“Art is the means we have of undoing the damage of haste. It's what everything else isn't.”
(Theodore Roethke, On Poetry and Craft: Selected Prose)
As I scurry around at lunchtime between the office and coffee roasters, market and bookstore, office again, I’ve been reminded of my constant desire to move more slowly, to stay put. To put together a “Slow Writing” program. To get a letterpress someday, and go back to setting and printing poetry by hand. To write a story called “The Man Who Loved Mozart,” with no plot and no hurry whatsoever. Just loving the words.
I’m reminded of old summer days wearing an oversized shirt over jeans as painter’s smock and copying the drenched purples and yellows of violas from below the back wall onto fine-grained watercolor paper. Revelling in the colors. In the little fluid movements of the brush.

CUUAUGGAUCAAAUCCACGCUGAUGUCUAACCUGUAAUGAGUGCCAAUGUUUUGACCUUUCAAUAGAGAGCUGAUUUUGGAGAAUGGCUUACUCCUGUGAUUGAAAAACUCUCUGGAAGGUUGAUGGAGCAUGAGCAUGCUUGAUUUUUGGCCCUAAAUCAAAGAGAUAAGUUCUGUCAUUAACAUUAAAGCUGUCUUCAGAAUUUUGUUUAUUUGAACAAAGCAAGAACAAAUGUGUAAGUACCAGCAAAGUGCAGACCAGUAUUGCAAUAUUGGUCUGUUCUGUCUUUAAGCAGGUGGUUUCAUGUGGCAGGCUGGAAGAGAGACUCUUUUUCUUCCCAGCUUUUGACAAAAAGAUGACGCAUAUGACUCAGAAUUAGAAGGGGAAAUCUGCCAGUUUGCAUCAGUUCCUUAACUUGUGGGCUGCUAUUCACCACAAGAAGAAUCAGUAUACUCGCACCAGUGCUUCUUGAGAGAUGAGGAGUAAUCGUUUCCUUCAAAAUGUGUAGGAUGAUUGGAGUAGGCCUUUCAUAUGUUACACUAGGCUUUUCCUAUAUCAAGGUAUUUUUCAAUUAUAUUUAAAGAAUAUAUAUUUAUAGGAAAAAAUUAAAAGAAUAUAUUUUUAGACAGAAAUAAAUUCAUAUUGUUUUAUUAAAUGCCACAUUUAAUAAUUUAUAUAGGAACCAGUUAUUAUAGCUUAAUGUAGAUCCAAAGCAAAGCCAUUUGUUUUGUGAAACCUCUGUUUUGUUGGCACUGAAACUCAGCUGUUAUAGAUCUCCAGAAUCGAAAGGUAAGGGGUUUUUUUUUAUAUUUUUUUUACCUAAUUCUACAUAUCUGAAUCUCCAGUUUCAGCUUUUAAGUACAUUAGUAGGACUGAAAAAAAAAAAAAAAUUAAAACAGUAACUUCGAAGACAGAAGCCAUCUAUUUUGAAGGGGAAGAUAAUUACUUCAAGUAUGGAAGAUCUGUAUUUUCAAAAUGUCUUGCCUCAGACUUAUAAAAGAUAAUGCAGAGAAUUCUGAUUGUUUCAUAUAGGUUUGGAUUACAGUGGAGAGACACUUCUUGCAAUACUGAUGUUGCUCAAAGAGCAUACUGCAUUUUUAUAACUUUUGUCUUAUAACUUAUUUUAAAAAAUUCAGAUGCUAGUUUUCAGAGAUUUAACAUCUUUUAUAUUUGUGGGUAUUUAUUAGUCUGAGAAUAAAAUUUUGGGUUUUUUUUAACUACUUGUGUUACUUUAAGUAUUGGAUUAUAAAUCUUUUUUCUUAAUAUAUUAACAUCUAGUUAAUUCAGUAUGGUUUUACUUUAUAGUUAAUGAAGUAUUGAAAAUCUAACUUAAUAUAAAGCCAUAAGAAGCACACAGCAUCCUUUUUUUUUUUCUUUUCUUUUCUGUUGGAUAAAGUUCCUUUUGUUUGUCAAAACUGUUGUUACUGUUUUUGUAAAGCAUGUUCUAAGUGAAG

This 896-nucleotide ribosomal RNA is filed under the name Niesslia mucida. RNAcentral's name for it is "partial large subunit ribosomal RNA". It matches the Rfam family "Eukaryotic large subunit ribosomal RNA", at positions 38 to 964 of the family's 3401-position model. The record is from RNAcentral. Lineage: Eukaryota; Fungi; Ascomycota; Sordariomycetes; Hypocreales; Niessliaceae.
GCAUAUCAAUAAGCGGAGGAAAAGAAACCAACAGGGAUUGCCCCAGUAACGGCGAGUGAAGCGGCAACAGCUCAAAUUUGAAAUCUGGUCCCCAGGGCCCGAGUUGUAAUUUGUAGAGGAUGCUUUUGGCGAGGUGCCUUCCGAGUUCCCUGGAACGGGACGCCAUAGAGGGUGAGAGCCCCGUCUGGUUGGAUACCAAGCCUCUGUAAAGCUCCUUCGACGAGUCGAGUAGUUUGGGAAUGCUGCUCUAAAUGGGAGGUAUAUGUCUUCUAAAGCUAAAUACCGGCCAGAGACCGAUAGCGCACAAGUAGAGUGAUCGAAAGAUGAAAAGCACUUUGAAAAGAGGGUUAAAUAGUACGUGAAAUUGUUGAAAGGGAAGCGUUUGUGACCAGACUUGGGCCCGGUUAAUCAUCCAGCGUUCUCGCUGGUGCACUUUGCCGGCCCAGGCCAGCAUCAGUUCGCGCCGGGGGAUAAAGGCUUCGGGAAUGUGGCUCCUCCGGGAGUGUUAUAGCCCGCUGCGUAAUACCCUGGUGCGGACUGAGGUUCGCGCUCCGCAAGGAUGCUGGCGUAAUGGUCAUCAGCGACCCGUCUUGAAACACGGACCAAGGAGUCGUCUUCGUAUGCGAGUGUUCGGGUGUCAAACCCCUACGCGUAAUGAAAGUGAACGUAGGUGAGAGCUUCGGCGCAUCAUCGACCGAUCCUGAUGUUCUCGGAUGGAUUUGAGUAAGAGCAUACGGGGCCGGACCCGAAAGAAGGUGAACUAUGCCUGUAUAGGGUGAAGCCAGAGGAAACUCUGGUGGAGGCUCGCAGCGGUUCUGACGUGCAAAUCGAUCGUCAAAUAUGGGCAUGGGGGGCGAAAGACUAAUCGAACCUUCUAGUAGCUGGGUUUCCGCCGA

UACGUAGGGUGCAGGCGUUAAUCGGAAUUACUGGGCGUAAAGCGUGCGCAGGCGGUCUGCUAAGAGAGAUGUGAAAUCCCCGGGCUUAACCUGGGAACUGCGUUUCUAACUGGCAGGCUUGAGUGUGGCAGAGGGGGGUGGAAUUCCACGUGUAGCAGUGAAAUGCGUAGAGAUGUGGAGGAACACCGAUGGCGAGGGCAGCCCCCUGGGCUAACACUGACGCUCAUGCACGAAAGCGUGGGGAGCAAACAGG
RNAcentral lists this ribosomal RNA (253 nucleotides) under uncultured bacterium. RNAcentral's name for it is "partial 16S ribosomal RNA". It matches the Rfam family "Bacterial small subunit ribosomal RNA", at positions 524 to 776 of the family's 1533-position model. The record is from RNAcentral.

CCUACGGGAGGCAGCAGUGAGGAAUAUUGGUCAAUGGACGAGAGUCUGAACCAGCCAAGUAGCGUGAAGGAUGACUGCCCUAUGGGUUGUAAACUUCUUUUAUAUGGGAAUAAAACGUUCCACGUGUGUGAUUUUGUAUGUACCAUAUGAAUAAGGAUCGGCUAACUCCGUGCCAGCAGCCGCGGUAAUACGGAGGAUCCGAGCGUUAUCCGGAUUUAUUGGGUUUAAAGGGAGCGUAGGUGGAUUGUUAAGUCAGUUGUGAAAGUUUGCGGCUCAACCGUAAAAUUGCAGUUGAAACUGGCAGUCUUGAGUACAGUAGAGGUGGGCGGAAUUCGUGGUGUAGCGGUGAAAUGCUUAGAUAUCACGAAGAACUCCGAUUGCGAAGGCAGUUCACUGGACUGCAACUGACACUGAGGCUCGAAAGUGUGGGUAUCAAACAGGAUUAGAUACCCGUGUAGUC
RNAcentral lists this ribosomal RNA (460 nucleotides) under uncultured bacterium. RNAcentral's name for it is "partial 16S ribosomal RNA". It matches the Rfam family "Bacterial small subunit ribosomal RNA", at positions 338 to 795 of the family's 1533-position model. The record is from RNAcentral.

I’m reminded of the silent mounding of the thunderclouds against the mountains as the afternoons wore on, as sauces simmered on the stove for hours for the eventual evening meal. Confiding their herb-laden fragrances, and tempting me into the kitchen time and time again to taste. And then, after the brooding light, the portentous and rain-charged air—the drama of the thunderstorm. Bringing the clothes in from the line, the canvas chair covers, and any shoes left out.
Slow days, in which were health and wealth. Slow days, whose memory too, revisited in slowness, heals. Slow days, that art commemorates, allows. That are an art unto themselves.
image: Christie B. Cochrell, Pottery Turtle, Taking It Slow